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Dr. Xiaochen Zheng
Coordinating Postdoc BQ5
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Dr. Andrea Martin
PI / Coordinator BQ5
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Team members

Hanneke den Ouden — Motivational & Cognitive Control

Dr. Hanneke den Ouden
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Dr. Silvy Collin
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Dr. Stefan Frank
Coordinator BQ1
Tenure track researcher
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Prof. dr. Peter Hagoort
Programme Director
PI / Coordinator BQ2
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Dr. Ashley Lewis
Coordinating Postdoc BQ2
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Dr. Ioanna Zioga
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Dr. Marius Braunsdorf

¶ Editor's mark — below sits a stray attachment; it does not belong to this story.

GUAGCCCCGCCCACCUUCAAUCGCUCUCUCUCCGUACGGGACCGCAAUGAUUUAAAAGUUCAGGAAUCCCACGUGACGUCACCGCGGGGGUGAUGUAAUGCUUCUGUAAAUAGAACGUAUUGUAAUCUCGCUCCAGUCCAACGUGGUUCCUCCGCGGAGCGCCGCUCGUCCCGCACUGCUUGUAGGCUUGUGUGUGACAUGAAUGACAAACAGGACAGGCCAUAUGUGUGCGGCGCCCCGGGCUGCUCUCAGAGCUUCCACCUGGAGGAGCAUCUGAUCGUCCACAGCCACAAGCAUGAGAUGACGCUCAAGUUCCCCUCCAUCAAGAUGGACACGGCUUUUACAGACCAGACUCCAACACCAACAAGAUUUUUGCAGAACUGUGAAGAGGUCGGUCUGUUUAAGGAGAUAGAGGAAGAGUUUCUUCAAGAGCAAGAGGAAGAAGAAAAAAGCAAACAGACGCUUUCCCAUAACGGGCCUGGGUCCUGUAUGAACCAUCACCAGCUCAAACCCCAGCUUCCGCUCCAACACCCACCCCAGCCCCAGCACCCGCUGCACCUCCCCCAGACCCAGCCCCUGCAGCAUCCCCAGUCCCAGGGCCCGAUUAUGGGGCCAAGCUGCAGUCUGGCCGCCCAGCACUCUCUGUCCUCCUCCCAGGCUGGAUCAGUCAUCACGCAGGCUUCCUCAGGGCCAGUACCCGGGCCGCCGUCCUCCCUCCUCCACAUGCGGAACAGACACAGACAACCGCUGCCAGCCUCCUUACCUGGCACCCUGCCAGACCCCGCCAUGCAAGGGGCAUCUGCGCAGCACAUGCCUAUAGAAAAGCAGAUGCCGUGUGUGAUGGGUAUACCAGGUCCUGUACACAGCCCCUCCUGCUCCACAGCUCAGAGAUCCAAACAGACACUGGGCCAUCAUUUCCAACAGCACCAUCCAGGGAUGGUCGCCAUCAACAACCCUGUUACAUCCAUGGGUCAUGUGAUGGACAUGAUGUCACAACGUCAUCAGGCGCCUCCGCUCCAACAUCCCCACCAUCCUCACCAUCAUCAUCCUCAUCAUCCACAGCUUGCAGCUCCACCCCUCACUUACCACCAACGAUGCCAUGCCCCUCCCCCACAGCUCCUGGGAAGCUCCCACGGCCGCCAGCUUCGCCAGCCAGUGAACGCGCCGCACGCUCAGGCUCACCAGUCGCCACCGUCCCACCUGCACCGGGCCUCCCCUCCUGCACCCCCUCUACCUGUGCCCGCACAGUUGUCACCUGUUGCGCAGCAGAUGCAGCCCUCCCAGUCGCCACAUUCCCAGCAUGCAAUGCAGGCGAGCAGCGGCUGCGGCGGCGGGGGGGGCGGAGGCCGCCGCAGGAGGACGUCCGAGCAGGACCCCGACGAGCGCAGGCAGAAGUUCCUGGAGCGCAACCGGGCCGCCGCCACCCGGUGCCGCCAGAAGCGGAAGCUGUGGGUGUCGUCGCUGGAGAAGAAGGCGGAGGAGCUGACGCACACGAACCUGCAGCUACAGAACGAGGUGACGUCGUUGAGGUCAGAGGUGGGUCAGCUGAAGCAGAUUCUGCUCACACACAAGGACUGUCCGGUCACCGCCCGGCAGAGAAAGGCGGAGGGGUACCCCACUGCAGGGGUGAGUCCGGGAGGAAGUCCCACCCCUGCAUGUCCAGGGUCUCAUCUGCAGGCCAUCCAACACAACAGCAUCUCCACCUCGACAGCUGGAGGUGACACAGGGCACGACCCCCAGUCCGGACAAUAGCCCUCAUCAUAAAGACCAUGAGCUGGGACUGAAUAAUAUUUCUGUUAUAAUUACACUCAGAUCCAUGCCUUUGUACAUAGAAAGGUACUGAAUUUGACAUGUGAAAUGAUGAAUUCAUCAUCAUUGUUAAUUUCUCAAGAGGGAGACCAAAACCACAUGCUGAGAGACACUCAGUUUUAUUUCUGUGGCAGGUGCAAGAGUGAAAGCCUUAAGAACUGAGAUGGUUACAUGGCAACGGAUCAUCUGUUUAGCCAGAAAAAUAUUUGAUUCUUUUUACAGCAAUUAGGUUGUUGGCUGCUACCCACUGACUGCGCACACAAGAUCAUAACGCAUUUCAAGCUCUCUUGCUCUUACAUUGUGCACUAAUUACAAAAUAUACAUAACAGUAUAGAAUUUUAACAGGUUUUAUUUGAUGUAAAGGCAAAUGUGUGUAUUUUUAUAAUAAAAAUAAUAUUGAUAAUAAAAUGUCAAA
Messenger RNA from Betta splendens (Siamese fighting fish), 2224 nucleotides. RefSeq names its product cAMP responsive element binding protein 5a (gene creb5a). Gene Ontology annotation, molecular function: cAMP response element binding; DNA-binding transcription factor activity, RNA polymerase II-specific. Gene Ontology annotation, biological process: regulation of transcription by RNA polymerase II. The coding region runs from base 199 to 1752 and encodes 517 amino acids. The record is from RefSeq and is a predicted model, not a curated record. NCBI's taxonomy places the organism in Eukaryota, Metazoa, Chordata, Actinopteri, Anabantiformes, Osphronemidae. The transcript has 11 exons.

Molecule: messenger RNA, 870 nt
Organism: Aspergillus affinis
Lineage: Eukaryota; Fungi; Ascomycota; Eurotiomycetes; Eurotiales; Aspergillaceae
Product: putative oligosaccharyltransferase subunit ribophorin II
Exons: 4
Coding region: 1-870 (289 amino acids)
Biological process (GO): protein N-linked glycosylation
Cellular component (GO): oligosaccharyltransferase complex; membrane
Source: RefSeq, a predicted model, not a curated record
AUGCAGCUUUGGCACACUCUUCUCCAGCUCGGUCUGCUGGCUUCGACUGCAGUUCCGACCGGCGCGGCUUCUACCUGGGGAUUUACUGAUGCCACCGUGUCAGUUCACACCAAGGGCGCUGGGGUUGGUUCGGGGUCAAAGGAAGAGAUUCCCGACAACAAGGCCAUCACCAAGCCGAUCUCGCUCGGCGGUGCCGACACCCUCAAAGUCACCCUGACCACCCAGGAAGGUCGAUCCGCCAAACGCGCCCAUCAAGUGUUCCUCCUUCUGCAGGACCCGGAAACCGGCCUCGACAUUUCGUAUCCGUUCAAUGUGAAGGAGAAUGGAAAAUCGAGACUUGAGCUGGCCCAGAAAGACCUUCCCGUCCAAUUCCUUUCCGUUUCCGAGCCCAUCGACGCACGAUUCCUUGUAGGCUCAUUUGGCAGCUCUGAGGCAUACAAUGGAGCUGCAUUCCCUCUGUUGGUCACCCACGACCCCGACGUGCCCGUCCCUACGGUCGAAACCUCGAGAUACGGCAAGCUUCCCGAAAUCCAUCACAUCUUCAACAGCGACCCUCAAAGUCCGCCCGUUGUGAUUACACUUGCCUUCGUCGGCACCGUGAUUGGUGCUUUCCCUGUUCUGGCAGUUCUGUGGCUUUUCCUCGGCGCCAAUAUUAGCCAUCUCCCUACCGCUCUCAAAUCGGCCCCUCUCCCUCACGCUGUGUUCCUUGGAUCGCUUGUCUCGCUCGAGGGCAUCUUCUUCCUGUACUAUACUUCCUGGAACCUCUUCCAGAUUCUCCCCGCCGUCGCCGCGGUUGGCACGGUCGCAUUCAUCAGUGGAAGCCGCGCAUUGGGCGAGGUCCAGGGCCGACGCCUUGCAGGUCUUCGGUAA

Roel Willems – ELIT

Dr. Roel Willems
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Prof. dr. Ivan Toni
PI / Coordinator BQ3
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Prof. dr. Iris van Rooij
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Dr. Bob van Tiel
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Rene Terporten — Motivational & Cognitive Control

Dr. Rene Terporten
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Dr. Marieke Woensdregt
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PhD Candidates


Elena Mainetto
PhD Candidate
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Dr. Mark Blokpoel
Dr. Monique Flecken
Dr. Naomi de Haas
Dr. Saskia Haegens
Dr. Yingying Tan


Dr. Branka Milivojevic – Postdoc
Dr. Mona Garvert

Research Highlights (2021)

Highlight 1

Generalization and representation of novel compositional word meanings

Team members: Xiaochen Zheng, Mona Garvert, Hanneke den Ouden, Roshan Cools

The ability to generalize previously learned information to novel situations is key for adaptive behavior. The team investigated the neural mechanisms underlying the ability to infer novel compositional word meanings using a novel behavioral paradigm in fMRI. Results suggest that generative inference in language recruits a domain-general network shared with action planning, compositional vision and constructive relational memory, while the newly inferred meanings are represented in more language-specific regions.